The consumer market is going through an Internet revolution, which will accelerate over the next 10 years driven by key applications for TVs and cellular phones that will become the digital glue holding everything together.
The home PC has up till now been an island of interactivity removed from daily life, but over the next five to ten years the Net will become more pervasive, driven largely by consumer devices, according to Sean Kaldor, IDC?s vice president of marketing and technology at the market research company?s IDC Directions 99 conference in San Francisco this week.
?Devices in the home such as interactive TV and interactive video recorders, will add to the Internet and each will be adapted in their own unique way. While the US market for PC consumer desktops will continue to grow strong and steady to one billion units by 2002, information appliances will outstrip demand in the home and this will spread the benefits of the Internet to everyone,? he said.
He continued: ?There?ll be massive deployments of interactive services and while I don?t think people will use their TV to browse the Web, they will use the Internet overtly or otherwise.?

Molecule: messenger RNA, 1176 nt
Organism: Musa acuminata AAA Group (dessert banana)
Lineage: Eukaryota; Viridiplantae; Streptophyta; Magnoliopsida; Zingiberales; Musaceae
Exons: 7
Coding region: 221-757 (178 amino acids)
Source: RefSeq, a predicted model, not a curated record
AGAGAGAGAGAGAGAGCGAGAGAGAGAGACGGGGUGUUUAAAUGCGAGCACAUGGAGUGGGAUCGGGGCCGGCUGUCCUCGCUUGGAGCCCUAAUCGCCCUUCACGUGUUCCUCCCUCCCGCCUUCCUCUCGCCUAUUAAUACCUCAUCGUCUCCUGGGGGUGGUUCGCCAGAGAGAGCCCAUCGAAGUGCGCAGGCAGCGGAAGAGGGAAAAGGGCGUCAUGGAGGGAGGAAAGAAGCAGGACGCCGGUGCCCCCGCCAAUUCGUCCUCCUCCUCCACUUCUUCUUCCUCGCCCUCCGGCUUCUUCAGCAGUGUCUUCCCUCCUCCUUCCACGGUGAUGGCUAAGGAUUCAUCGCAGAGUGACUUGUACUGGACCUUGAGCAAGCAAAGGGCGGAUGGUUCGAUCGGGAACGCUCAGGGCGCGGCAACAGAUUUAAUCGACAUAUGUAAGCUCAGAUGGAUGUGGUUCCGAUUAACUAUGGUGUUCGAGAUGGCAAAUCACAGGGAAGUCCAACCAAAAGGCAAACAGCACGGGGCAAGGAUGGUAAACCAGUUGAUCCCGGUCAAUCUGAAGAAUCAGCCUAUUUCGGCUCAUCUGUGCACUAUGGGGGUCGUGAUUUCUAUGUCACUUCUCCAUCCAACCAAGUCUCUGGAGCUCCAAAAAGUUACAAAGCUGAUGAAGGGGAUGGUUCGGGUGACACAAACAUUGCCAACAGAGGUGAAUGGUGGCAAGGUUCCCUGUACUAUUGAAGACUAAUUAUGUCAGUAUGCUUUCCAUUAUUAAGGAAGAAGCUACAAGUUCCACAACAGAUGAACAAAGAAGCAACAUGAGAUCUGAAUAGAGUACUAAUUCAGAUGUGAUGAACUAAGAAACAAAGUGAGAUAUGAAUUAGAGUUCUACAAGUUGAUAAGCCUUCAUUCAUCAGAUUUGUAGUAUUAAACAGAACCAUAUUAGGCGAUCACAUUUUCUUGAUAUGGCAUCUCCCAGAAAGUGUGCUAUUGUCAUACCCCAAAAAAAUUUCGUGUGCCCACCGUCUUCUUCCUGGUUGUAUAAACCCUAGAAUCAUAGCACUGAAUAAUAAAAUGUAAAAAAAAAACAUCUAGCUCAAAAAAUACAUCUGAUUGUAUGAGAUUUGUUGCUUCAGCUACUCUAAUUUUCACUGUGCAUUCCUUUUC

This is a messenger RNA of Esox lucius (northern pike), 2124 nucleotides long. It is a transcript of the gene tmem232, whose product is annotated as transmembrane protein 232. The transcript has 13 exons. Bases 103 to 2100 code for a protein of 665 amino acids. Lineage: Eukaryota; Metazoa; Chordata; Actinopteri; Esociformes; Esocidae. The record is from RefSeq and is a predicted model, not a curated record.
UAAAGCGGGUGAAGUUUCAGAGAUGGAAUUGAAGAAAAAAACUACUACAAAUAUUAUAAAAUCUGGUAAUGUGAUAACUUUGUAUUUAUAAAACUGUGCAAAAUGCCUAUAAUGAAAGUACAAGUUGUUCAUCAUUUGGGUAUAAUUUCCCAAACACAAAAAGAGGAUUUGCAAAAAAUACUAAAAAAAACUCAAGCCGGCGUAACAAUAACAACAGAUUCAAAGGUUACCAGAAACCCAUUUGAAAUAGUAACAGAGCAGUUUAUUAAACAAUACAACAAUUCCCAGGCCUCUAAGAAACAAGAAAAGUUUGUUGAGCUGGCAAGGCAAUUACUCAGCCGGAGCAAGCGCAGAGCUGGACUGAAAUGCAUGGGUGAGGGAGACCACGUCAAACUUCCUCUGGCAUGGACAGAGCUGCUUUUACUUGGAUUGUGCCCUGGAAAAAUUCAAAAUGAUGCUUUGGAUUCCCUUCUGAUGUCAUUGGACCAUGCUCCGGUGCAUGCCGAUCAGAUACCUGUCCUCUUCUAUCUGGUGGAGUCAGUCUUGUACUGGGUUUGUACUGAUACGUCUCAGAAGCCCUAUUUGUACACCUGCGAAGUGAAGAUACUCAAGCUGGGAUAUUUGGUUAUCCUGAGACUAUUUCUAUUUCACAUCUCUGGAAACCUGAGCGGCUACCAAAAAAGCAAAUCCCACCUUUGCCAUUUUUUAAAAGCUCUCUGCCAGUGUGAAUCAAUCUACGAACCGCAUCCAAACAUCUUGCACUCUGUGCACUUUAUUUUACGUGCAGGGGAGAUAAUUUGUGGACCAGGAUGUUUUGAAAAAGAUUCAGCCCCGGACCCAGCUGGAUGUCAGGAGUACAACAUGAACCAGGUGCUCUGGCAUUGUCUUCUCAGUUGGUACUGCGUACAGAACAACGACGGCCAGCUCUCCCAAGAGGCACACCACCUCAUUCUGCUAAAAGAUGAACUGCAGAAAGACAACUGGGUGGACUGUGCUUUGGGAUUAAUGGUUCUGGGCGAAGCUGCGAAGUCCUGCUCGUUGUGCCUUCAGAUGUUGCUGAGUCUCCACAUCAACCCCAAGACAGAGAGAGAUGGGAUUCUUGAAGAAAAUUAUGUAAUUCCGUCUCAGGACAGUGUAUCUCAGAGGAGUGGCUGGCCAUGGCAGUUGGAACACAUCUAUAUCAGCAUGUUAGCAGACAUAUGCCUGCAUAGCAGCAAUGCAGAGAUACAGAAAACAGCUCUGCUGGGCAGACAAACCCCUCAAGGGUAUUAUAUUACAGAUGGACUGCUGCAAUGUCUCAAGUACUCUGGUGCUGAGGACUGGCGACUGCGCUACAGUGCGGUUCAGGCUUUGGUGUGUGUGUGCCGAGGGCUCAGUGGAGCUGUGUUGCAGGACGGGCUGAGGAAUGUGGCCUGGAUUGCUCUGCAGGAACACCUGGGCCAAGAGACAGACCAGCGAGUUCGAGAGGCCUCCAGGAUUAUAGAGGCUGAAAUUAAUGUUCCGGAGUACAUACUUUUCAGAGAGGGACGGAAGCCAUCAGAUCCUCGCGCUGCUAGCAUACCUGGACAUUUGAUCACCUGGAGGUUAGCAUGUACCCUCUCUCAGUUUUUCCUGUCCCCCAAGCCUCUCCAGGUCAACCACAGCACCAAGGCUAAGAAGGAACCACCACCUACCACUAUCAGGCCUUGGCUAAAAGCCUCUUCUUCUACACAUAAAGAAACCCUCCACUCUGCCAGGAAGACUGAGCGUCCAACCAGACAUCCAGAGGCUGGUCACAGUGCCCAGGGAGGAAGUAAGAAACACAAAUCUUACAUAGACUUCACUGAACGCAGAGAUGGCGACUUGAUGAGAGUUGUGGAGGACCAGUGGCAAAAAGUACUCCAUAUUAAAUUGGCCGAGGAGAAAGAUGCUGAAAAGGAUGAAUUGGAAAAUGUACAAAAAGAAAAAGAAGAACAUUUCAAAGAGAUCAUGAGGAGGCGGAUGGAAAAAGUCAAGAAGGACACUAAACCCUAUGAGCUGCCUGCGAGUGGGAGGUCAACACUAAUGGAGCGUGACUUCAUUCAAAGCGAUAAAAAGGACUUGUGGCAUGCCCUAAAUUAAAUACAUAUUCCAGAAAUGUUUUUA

While 54 per cent of US homes have more than three TVs, another 1.5 per cent are already running active, intelligent local area networks, and this will increase to 12 per cent or 23 million by 2002.
Some 55 per cent also have access to digital networks, which will increase to 80 per cent in two years, and this means that the necessary infrastructure to take advantage of the new Internet economy is already starting to emerge.
According to Kaldor, key socalled interactivity applications are Yellow Pages, address books and access to IP telephony on screen phones, interactive programme guides for TV, video on demand, telemedicine, home banking and online education.
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